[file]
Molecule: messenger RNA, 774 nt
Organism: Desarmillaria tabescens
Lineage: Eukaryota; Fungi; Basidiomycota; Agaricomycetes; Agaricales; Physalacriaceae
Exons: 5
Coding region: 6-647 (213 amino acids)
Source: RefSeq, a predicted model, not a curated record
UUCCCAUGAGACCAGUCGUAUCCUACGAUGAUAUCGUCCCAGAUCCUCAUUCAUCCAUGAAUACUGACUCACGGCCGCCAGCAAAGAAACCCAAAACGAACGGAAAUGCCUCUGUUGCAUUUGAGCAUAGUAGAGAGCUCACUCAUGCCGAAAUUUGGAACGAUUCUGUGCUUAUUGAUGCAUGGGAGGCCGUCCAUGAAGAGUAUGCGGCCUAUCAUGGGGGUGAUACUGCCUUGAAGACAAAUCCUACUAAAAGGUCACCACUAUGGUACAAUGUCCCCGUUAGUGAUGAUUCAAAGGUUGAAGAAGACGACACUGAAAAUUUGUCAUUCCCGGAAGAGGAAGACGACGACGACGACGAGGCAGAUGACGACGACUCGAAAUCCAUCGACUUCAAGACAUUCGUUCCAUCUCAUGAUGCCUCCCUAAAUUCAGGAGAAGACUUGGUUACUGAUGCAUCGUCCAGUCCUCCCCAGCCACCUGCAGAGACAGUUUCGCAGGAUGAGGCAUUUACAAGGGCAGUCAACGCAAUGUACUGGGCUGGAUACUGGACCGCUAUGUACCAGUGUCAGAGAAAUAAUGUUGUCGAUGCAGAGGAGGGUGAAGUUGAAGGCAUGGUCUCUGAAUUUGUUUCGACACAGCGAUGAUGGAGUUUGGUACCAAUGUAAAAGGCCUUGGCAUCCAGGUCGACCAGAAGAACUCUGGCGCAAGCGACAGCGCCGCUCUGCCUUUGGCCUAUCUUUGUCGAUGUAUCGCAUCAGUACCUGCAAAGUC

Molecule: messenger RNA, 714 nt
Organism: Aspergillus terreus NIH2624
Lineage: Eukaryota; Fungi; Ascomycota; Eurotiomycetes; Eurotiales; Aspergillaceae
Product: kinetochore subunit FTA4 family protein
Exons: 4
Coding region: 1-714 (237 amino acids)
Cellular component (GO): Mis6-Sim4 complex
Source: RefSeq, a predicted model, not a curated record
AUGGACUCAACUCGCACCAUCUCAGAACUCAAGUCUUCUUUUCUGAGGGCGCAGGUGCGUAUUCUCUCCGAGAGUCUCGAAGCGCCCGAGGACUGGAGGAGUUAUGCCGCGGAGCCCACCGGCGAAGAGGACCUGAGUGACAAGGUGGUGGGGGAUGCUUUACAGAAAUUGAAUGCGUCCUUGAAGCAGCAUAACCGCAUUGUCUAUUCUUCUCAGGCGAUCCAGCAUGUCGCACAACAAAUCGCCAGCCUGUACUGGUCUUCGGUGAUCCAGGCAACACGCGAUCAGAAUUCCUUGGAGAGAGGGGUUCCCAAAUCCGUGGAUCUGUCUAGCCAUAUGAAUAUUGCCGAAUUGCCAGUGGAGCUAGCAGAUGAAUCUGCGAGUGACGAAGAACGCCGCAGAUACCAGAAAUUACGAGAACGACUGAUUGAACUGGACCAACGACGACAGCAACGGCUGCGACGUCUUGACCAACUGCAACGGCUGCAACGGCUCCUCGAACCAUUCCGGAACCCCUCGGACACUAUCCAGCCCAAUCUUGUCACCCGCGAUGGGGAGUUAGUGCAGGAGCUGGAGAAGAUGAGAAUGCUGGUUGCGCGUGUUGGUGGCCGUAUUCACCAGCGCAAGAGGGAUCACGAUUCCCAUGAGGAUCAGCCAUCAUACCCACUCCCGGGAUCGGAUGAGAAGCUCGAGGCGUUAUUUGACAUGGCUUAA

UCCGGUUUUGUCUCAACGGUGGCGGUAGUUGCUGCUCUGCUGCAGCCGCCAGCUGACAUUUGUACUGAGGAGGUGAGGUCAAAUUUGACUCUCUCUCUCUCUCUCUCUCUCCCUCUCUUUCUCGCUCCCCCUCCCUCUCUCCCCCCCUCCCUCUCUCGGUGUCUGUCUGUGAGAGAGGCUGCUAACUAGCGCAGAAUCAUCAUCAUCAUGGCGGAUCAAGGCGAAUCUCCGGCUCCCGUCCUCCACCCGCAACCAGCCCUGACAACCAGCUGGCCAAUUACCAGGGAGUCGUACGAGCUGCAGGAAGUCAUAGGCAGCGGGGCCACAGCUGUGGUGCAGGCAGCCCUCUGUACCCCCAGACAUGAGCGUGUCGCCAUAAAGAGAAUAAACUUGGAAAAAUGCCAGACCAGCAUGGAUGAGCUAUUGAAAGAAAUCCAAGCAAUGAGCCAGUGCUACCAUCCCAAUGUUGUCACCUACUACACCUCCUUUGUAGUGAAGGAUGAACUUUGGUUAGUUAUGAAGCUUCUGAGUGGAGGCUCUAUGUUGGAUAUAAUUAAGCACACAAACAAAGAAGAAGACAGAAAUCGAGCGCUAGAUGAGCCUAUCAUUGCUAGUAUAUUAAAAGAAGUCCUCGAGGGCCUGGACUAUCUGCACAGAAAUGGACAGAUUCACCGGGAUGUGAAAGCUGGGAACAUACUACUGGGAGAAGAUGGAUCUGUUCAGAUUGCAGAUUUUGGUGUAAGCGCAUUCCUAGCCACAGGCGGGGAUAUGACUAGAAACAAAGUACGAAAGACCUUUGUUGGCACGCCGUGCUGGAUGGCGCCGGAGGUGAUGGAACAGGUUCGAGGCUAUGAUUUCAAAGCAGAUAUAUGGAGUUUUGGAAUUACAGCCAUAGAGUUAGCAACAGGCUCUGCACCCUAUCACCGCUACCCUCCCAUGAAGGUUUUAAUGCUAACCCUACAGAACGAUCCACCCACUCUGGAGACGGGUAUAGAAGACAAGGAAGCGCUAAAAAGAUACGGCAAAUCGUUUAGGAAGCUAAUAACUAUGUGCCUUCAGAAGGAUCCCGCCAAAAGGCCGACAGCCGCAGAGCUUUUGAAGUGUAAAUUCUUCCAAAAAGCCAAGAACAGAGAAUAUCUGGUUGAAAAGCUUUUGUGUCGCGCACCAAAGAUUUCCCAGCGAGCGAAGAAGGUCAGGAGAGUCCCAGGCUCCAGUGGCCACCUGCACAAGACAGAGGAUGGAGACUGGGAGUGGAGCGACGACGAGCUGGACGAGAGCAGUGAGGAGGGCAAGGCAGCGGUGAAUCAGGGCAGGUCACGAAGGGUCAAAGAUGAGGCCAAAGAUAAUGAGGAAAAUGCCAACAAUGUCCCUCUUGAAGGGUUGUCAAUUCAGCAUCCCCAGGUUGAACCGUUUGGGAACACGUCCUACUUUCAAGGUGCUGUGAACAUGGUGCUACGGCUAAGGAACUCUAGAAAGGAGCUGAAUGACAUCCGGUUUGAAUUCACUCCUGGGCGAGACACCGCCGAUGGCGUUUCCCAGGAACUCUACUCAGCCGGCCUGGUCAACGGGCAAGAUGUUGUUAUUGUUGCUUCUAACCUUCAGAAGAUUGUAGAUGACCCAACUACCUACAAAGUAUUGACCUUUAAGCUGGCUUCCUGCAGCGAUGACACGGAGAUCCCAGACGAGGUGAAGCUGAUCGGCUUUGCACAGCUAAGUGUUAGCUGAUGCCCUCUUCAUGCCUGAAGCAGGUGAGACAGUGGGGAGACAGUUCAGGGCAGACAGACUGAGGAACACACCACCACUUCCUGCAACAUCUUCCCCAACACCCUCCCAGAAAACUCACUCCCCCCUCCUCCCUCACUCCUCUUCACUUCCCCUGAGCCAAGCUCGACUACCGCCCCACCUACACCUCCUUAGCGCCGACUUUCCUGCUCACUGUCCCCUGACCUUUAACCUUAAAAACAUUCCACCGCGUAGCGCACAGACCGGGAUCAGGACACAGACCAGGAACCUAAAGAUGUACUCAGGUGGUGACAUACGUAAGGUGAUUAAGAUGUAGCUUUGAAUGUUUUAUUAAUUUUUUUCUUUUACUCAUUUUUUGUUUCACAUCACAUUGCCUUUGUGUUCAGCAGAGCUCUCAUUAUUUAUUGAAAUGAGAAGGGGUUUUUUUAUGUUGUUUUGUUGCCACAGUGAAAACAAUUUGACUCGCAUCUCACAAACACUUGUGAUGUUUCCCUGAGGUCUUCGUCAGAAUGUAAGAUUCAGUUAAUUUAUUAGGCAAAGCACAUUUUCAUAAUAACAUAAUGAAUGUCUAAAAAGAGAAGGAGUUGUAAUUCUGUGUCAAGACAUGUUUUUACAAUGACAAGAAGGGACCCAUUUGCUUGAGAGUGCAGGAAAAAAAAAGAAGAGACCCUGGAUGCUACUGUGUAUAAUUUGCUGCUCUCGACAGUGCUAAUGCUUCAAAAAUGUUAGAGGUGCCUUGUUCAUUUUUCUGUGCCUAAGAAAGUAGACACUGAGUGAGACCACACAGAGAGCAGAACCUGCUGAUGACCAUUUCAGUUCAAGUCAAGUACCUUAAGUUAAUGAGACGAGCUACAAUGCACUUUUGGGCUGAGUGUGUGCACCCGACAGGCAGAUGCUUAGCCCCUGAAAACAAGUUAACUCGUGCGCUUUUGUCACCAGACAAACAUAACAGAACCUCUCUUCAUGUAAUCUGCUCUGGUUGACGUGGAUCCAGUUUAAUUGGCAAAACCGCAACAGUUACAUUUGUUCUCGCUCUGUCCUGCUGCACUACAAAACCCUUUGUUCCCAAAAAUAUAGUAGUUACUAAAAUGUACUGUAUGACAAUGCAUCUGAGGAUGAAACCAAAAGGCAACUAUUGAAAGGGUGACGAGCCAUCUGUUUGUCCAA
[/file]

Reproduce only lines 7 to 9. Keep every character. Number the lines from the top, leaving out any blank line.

UUCCCAUGAGACCAGUCGUAUCCUACGAUGAUAUCGUCCCAGAUCCUCAUUCAUCCAUGAAUACUGACUCACGGCCGCCAGCAAAGAAACCCAAAACGAACGGAAAUGCCUCUGUUGCAUUUGAGCAUAGUAGAGAGCUCACUCAUGCCGAAAUUUGGAACGAUUCUGUGCUUAUUGAUGCAUGGGAGGCCGUCCAUGAAGAGUAUGCGGCCUAUCAUGGGGGUGAUACUGCCUUGAAGACAAAUCCUACUAAAAGGUCACCACUAUGGUACAAUGUCCCCGUUAGUGAUGAUUCAAAGGUUGAAGAAGACGACACUGAAAAUUUGUCAUUCCCGGAAGAGGAAGACGACGACGACGACGAGGCAGAUGACGACGACUCGAAAUCCAUCGACUUCAAGACAUUCGUUCCAUCUCAUGAUGCCUCCCUAAAUUCAGGAGAAGACUUGGUUACUGAUGCAUCGUCCAGUCCUCCCCAGCCACCUGCAGAGACAGUUUCGCAGGAUGAGGCAUUUACAAGGGCAGUCAACGCAAUGUACUGGGCUGGAUACUGGACCGCUAUGUACCAGUGUCAGAGAAAUAAUGUUGUCGAUGCAGAGGAGGGUGAAGUUGAAGGCAUGGUCUCUGAAUUUGUUUCGACACAGCGAUGAUGGAGUUUGGUACCAAUGUAAAAGGCCUUGGCAUCCAGGUCGACCAGAAGAACUCUGGCGCAAGCGACAGCGCCGCUCUGCCUUUGGCCUAUCUUUGUCGAUGUAUCGCAUCAGUACCUGCAAAGUC

Molecule: messenger RNA, 714 nt
Organism: Aspergillus terreus NIH2624